- Research article
- Open Access
- Open Peer Review
The feasibility of web surveys for obtaining patient-reported outcomes from cancer survivors: a randomized experiment comparing survey modes and brochure enclosures
BMC Medical Research Methodology volume 19, Article number: 208 (2019)
Central cancer registries are often used to survey population-based samples of cancer survivors. These surveys are typically administered via paper or telephone. In most populations, web surveys obtain much lower response rates than paper surveys. This study assessed the feasibility of web surveys for collecting patient-reported outcomes via a central cancer registry.
Potential participants were sampled from Utah Cancer Registry records. Sample members were randomly assigned to receive a web or paper survey, and then randomized to either receive or not receive an informative brochure describing the cancer registry. We calculated adjusted risk ratios with 95% confidence intervals to compare response likelihood and the demographic profile of respondents across study arms.
The web survey response rate (43.2%) was lower than the paper survey (50.4%), but this difference was not statistically significant (adjusted risk ratio = 0.88, 95% confidence interval = 0.72, 1.07). The brochure also did not significantly influence the proportion responding (adjusted risk ratio = 1.03, 95% confidence interval = 0.85, 1.25). There were few differences in the demographic profiles of respondents across the survey modes. Older age increased likelihood of response to a paper questionnaire but not a web questionnaire.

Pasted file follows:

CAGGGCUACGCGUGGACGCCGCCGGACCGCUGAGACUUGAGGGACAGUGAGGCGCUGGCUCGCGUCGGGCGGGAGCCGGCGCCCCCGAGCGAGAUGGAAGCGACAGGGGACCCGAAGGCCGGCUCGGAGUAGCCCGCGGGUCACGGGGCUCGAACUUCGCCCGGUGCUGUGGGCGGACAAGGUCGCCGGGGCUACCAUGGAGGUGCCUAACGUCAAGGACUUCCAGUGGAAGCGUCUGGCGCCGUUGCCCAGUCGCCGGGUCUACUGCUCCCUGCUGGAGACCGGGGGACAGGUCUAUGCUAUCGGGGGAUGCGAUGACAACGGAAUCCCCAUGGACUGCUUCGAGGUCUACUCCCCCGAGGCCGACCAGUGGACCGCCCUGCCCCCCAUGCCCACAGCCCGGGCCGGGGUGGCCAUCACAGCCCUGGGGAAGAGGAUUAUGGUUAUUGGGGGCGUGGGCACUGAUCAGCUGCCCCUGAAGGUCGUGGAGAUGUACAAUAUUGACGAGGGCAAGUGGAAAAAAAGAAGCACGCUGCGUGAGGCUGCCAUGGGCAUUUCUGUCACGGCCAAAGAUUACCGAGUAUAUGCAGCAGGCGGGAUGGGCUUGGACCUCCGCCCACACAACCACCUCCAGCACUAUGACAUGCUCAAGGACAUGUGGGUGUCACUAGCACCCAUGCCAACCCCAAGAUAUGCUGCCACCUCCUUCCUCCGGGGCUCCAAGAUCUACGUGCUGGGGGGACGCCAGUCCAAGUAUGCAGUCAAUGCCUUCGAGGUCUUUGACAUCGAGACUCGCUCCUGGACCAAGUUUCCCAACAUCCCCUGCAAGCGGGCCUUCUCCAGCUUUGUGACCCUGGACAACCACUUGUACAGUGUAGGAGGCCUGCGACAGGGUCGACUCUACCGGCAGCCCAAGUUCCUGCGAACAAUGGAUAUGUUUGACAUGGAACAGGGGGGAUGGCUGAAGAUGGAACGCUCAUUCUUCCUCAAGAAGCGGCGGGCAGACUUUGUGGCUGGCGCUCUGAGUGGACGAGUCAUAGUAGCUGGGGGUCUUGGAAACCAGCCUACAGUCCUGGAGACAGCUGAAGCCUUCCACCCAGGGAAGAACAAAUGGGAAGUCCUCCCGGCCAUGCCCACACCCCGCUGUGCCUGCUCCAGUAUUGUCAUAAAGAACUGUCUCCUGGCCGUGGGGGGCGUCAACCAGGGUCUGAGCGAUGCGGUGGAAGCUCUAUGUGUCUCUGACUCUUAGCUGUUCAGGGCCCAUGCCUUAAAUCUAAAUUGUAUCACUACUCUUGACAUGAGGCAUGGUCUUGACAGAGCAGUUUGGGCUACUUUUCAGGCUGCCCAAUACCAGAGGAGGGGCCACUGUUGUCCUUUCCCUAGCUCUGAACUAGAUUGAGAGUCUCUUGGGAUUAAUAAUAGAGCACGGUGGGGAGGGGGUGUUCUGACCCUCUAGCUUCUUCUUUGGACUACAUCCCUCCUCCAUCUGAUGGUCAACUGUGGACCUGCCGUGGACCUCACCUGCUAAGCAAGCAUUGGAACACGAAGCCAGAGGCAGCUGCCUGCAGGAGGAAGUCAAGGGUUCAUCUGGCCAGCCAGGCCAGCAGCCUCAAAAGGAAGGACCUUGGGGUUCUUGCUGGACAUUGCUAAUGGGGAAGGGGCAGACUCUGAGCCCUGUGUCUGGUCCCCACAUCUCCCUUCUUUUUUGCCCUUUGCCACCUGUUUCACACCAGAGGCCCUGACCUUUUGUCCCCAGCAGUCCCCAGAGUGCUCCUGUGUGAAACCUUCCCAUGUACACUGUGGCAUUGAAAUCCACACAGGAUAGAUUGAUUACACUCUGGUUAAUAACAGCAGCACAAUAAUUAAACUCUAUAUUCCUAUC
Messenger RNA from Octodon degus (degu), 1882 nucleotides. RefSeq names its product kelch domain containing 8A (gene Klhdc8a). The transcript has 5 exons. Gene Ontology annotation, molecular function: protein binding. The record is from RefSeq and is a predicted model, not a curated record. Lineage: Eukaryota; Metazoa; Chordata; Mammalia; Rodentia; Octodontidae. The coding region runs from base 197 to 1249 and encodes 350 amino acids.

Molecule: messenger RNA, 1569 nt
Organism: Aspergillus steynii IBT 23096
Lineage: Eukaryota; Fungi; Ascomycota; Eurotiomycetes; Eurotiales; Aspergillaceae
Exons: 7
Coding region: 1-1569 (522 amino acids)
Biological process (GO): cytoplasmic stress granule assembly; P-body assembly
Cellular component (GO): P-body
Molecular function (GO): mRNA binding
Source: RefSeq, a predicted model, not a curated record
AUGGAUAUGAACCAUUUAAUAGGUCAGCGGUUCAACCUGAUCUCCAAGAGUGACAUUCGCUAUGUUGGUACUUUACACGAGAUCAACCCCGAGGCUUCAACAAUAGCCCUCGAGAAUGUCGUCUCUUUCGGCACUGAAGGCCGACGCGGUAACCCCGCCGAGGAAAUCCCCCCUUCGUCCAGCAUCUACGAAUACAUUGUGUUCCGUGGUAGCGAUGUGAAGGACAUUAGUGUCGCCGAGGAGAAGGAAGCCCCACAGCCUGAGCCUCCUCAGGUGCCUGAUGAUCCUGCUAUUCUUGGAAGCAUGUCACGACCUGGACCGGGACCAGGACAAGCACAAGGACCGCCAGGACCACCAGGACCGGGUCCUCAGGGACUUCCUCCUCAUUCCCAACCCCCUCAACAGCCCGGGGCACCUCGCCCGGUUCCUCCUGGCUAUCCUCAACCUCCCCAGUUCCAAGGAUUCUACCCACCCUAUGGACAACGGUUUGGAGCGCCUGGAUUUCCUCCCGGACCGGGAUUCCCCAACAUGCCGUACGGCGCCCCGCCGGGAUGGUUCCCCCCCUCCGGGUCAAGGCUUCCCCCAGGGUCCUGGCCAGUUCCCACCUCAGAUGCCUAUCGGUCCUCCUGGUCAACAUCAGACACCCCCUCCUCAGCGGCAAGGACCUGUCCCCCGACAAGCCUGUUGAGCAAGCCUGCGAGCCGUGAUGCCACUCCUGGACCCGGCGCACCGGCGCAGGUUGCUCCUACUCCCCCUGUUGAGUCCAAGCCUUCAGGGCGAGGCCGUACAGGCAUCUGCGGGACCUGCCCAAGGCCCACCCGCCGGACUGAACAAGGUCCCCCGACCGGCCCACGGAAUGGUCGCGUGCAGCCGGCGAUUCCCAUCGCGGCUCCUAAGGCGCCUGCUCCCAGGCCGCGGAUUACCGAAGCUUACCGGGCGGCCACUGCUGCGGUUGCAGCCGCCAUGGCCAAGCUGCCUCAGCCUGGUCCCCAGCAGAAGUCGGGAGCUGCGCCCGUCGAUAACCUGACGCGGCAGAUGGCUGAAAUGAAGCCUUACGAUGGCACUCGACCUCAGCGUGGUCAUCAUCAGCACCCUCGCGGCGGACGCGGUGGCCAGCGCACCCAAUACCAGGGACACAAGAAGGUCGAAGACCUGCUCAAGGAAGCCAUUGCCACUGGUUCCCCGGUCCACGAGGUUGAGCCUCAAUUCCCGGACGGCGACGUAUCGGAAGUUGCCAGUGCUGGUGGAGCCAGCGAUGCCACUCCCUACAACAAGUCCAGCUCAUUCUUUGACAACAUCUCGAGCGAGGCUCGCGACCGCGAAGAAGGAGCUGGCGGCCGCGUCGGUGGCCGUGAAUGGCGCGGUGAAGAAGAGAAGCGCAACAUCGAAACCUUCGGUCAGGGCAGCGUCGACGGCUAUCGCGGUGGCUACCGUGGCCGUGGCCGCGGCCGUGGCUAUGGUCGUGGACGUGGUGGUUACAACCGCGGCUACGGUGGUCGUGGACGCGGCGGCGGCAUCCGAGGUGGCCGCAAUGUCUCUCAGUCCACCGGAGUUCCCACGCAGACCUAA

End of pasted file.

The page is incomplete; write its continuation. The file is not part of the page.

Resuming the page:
Web surveys of cancer survivors are feasible without significantly influencing response rates, but providing a paper response option may be advisable particularly when surveying older individuals. Further examination of the varying effects of brochure enclosures across different survey modes is warranted.
Central cancer registries, which are mandated to collect data on all reportable cancer diagnoses within a defined geographic area for public health surveillance purposes [1,2,3], are an important resource for researchers interested in ascertaining and recruiting individuals who have been diagnosed with cancer [4,5,6,7,8,9,10,11]. Central cancer registries in U.S. states are population-based—that is, they are required to meet standards of complete ascertainment of incident cancers [12, 13]—and thus provide unbiased sample frames of cancer survivors in their catchment areas [14, 15]. These registries have been utilized for a variety of studies, including obtaining patient-reported outcomes and assessing quality-of-life among cancer survivors [16, 17], investigating etiology , identifying outcomes of treatment , and promoting preventive behaviors .